Deaths spur talk of closing railroad crossings
By Jay Reeves
Associated Press Writer
HOOVER — Train companies and government officials met Monday to discuss options for making Alabama's railroad crossings safer, including the politically sensitive idea of closing some little-used crossings.
The gathering, billed as the state's first summit on rail crossing safety, came just weeks after five people died in a pair of accidents in the Chilton County town of Thorsby.
Participants said the problem of cars and trucks pulling out in front of trains is statewide.
To help combat a problem as old as automobiles themselves, leaders discussed the possibility of closing some little-used cross-ings.
"We want to eliminate as many of those as possible," said Craig Camuso, a spokesman for CSX Corp. Such a move would divert traffic to crossings that already have lights and safety gates, which can cost about $200,000 to install.
But John Baker, a spokesman for Norfolk Southern Corp., said shutting down any rail crossing can be difficult because even a few citizen complaints can kill the will of politicians who don't want to agitate voters.
"It's so hard to do without unanimous consent, and you never get unanimous consent," said Baker.
Tony Harris, a spokesman for the Alabama Department of Transportation, said a realistic goal might be to close about 5 percent of the state's 2,200 unprotected rail crossings within a decade.
That would only amount to 110 crossings statewide, but conference participants said any reduction in the number of cars going across rail tracks had the potential to save lives.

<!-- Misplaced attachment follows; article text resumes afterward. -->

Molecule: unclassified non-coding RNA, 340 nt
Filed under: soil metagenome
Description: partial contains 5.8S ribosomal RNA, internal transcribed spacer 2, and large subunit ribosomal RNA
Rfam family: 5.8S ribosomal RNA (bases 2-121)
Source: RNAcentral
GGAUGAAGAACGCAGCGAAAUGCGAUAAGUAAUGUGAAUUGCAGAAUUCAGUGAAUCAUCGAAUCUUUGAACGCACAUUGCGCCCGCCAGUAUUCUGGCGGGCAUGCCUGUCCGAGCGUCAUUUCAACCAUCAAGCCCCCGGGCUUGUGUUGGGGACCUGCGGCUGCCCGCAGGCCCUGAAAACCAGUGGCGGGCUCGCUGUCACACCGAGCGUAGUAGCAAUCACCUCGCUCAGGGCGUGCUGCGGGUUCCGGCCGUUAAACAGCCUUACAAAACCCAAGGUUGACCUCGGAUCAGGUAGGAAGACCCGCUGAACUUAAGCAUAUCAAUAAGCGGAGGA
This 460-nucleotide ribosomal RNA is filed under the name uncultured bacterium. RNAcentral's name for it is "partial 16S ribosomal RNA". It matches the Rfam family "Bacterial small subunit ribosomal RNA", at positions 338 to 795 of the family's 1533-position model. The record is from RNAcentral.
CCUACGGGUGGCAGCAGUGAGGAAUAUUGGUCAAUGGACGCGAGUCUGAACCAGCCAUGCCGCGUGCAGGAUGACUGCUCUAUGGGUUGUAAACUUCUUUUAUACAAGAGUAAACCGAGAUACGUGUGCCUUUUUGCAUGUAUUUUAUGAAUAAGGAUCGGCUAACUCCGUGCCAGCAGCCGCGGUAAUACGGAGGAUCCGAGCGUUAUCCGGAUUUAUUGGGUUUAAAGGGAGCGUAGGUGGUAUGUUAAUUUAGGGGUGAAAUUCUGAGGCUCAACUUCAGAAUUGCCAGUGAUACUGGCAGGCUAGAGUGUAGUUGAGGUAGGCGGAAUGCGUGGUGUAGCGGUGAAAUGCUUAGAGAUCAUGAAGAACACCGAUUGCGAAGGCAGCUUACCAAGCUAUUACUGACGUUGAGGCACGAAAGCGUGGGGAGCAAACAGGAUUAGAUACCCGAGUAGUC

The summit also discussed options for stepped-up enforcement to ticket drivers who get too close to trains and publicity campaigns to supplement the work of Operation Lifesaver, which promotes rail safety.
Under state law, drivers are supposed to treat the X-shaped markers at rail crossings like yield signs, according to trooper Sgt. Tim Sartain. But drivers can be ticketed for going around protective gates or getting too near a train at an unprotected crossing, he said.
A CSX train hit a van at a crossing near the farming town of Thorsby on Feb. 8, killing four of the eight men inside. Just nine days later, a train hit a car that pulled on to tracks in Thorsby, killing a woman.
Those crashes were only the latest in a string of car and train accidents in Thorsby, but Mayor Tom Bentley said closing a rail crossing isn't as simple as just putting up barriers.
"We've got a couple crossings that could probably be closed ... but we've got to have some help moving that traffic. We've got to have some transportation funds," said Bentley, who attended the meeting.
Copyright 2005 Associated Press. All rights reserved. This material may not be published, broadcast, rewritten or redistributed.
Save $84.50 a year off our newsstand price:
Subscribe today for only 38 cents a day!